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December = Memory Lane
December 27th, 2009 by kmack

December 7th is a special day to me. It is of course, a memorial to the Pearl Harbor attack, but it always reminds me of the day my novice license arrived in the mail! I had taken my test with Don, my Elmer, and waited what seemed like an eternity for the paper license to arrive in the mail so I could make that first QSO! Mowing lawns, working at a small restaurant washing dishes and other odd jobs helped me make enough money to put together my first station. A Globe Scout 65 watt xmtr and a Hallicrafters SX-140 receiver with a custom ceramic knife switch for the antenna. No QSK for me, just a knife switch to switch the antenna between the xmtr and rcvr! Once in a while, I’d forget to throw that switch, and wonder why I couldn’t hear the other station any more. hi hi

Memory Lane...The First Rig

Memory Lane...The First Rig

Magic days… many memories and lots of fun!

I taught my mom how to turn the rig on and she had instructions to turn it on so it would be warmed up and stable by the time I got off the school bus! What a neat day it was when I got home and found my rig turned on and the license propped up next to the key! YAHOO… 80m, 40m and 15m novice rocks and I was hooked. The magic of amateur radio had addicted another young-un! It is still magic for me 45 years later!  The gear has changed, we have new bands and modes, but the magic is still there. Shooting electrons and communication through mid-air is still fun. How about you?

What’s your story? How was your first day on the air? What was your first rig? Leave a comment and let’s remember those glorious days…


4 Responses  
  • N4NSS - Kyle writes:
    December 28th, 20099:44 amat

    I became a Ham as WA9USD in 1966. I was on Christmas leave from Navy CT-R school that year when my license came the day before I had to drive back to Pensacola, Florida. My first set was a Knight Kit T60 with the R-55 receiver. The antenna was a 130-foot wire switched between the receiver and transmitter by an alligator clip attached to a screwdriver. The screwdriver was stuck into the center hole of the coax connectors in each rig. I will NEVER forget those first few contacts. My next duty station was at Skaggs Island, California near Napa. I was fortunate to have the base ham shack W6KMW to myself. Well, almost, my roommate Mike liked to dabble with RTTY. I fixed the Hygain TH6-DXX and used the homemade 40 meter vertical. The T-60 was brought to me when my Mom came to visit and the receiver was a Drake TR-3. My General ticket was earned by sweating out the FCC testing in San Francisco. My new Vibroplex Bug sure got a work out! Yes, the magic of radio is still there……QRP and long live CW!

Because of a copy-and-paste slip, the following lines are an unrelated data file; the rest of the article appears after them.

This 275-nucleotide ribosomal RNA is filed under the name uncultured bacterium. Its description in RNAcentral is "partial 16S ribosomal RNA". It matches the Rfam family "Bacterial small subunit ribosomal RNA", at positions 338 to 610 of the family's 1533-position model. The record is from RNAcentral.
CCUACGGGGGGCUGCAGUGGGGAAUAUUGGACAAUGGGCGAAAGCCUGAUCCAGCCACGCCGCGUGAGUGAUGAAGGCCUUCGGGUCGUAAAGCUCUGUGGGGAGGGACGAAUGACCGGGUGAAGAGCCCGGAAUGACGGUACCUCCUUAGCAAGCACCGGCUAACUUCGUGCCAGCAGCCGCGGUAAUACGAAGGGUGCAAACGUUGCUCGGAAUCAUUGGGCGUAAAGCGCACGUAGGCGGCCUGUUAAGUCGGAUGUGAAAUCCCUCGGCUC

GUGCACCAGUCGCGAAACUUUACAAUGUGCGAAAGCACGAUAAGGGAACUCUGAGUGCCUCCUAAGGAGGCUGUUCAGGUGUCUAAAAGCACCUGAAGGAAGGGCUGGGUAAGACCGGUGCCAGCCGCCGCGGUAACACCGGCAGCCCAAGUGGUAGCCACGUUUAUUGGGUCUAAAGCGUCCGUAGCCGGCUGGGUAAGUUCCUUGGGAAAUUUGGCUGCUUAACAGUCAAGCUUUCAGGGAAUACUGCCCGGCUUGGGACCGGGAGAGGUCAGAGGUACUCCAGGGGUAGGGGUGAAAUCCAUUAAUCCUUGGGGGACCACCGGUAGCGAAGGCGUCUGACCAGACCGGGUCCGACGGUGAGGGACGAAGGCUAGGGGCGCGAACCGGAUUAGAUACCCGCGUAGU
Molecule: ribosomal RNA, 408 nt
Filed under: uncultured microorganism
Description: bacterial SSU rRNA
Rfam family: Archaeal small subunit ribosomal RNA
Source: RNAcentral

• Larry W2LJ writes:
    December 28th, 200910:43 amat

    Kelly,

    My first station was a Drake 2NT and a Heathkit receiver. I used a ceramic knife swtich, also, to transition between transmit and receive. Those were fun days.

    Larry W2LJ

  • John AE5X writes:
    December 28th, 20099:23 pmat

    My first rig wasn’t even wireless – it was one of those Radio Shack experimenter’s boards where you could connect wires & components in various ways to make a SW radio, an oscillator, etc. So I made an intercom and stretched the wires from my bedroom window to the window of the house next door where a young gal named Rita lived. We were both 11. It was all fun till her mom found out – then I decided to go wireless!

  • John - N0EVH writes:
    January 3rd, 20108:58 pmat

    I became a ham in the summer of 1963 right after graduating high school. Xmitter was HB from junk TV sets and the receiver was a Heathkit HR-10. My entire Novice life was crammed into that summer because going off to college meant no time for ham radio. First contact on 40 meters with a ham in Texas from my QTH in Missouri. I was so nervous that could hardly read my writing on the notepad. Antenna coax ran out of the bedroom window to the front yard to a borrowed vertical antenna. Wow, what excitement. Like you say we now have excellent gear and improved technology, but when I hear my call coming back correctly during a Morse QSO from another ham today it is a reminder of that first QSO in 1963. Working fellow polar bears from the field with portable equipment really adds to the fun for me. Kelly you are only in my logbook one time, we need to improve on that!

    73 John N0EVH


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